When a patient receives medical treatment or other health care, there is normally a legal and ethical obligation on the health-care provider (as well as the health-care facility, such as a hospital) to keep a detailed written record of the patient's treatment.
When a patient receives medical treatment or other health care, there is normally a legal and ethical obligation on the health-care provider (as well as the health-care facility, such as a hospital) to keep a detailed written record of the patient's treatment. For example, a hospital record will contain things such as nurses' notes, physicians' notes, a medication chart and the results of any diagnostic and other tests (such as X-rays). Sometimes patients may wish to have access to their own medical record. Do they have a legal right to do so?
In most provinces and territories the legislation which governs the administration of hospitals specifically gives patients a legal right of access to their own hospital records, although the exact procedure for exercising this right tends to vary across Canada. In the case of health care outside of hospital (eg, treatment given in a general practitioner's office), until 1992 it was not entirely clear if patients had a legal right to see their own medical record. However, in that year the Supreme Court of Canada issued a landmark decision which affirmed that patients do indeed have this right. According to the Supreme Court, the doctor (or other health-care provider) is the owner of the actual written record, but the patient has a right of access to the information contained in it. That right stems from the "fiduciary" nature of the relationship between doctor and patient; the relationship is based on trust, and imposes on the doctor obligations of utmost good faith and loyalty towards the patient, and a duty to act in the best interests of the patient. Thus, patients have a right to see (and, if they wish, copy) their own medical record.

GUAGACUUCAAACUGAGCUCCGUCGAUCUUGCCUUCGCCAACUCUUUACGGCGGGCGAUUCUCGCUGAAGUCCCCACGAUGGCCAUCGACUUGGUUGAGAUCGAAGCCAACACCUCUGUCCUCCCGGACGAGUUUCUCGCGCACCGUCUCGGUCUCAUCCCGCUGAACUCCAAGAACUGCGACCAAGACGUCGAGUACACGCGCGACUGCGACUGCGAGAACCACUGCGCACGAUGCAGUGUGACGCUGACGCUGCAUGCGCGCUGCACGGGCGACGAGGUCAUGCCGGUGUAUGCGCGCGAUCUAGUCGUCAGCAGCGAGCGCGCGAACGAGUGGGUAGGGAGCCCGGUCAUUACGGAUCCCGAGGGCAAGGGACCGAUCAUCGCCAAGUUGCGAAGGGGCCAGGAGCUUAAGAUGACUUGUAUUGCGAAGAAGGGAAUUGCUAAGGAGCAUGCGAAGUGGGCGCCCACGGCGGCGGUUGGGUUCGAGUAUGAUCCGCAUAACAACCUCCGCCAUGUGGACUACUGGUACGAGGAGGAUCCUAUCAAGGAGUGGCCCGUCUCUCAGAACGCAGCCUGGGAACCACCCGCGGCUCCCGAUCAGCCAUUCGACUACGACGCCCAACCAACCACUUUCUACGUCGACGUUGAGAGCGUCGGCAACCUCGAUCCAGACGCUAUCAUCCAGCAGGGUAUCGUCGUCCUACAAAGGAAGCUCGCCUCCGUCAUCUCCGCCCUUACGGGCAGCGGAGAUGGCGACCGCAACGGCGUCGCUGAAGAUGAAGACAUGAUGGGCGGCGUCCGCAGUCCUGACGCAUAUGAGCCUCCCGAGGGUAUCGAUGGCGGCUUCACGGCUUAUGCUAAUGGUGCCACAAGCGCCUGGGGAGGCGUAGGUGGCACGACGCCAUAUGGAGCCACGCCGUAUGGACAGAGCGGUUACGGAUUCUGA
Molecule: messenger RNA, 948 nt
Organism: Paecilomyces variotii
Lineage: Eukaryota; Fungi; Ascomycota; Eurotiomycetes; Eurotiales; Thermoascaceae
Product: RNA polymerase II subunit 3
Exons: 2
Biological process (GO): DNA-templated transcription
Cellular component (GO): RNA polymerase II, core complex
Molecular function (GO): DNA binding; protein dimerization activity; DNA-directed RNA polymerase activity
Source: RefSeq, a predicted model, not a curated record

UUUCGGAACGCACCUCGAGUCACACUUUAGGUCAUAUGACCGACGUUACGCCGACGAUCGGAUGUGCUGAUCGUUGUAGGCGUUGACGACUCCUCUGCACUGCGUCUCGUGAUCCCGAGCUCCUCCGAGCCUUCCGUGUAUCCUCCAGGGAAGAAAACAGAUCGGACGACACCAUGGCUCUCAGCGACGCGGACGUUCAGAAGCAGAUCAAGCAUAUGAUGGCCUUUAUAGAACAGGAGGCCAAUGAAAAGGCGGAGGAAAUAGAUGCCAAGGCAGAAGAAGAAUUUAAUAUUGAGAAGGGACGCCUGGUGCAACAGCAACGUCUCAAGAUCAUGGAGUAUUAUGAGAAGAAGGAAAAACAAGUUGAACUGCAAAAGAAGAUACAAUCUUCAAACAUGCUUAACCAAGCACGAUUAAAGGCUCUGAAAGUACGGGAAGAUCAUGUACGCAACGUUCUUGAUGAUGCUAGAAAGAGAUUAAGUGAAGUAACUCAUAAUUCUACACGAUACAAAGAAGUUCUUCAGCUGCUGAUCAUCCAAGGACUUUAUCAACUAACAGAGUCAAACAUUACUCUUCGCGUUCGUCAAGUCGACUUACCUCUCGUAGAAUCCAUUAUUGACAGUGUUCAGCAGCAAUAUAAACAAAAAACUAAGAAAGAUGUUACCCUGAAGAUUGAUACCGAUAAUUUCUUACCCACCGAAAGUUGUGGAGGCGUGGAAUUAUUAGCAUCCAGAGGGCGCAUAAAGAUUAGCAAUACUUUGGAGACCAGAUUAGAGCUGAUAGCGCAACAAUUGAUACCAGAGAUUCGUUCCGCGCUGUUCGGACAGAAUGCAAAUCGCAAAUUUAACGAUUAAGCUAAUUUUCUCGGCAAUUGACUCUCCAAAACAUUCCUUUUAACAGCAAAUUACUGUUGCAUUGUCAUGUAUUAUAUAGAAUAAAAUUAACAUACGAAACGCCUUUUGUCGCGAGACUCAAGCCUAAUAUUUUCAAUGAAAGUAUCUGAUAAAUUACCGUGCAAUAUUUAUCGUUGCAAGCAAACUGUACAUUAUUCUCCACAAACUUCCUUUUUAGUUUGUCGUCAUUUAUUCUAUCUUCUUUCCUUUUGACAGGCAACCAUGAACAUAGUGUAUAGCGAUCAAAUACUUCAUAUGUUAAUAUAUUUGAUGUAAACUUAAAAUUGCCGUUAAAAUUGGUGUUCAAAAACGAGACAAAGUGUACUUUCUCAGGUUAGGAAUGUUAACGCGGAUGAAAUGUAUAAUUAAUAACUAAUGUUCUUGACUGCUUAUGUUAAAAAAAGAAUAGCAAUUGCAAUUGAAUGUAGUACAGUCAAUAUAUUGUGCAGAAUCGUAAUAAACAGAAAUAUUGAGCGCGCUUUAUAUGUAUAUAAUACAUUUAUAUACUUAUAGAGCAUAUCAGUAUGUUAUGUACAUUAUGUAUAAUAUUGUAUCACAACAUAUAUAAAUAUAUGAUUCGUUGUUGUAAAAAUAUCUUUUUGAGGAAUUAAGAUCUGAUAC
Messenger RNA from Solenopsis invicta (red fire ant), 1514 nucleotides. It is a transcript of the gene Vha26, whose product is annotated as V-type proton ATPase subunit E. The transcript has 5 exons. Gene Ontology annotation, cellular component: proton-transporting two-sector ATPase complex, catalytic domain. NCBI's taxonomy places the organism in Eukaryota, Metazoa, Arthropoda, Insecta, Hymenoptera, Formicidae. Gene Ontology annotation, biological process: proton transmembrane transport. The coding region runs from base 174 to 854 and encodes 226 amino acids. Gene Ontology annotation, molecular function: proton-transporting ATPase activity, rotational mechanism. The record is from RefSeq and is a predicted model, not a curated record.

The Supreme Court acknowledged that this is not an absolute right, and that there are exceptions to it. In very rare cases it may be appropriate to deny a patient the right of access to his or her own medical record. This will occur, however, only in very exceptional circumstances.
Ellen Picard and Gerald Robertson, Legal Liability of Doctors and Hospitals in Canada (3rd edition, 1996).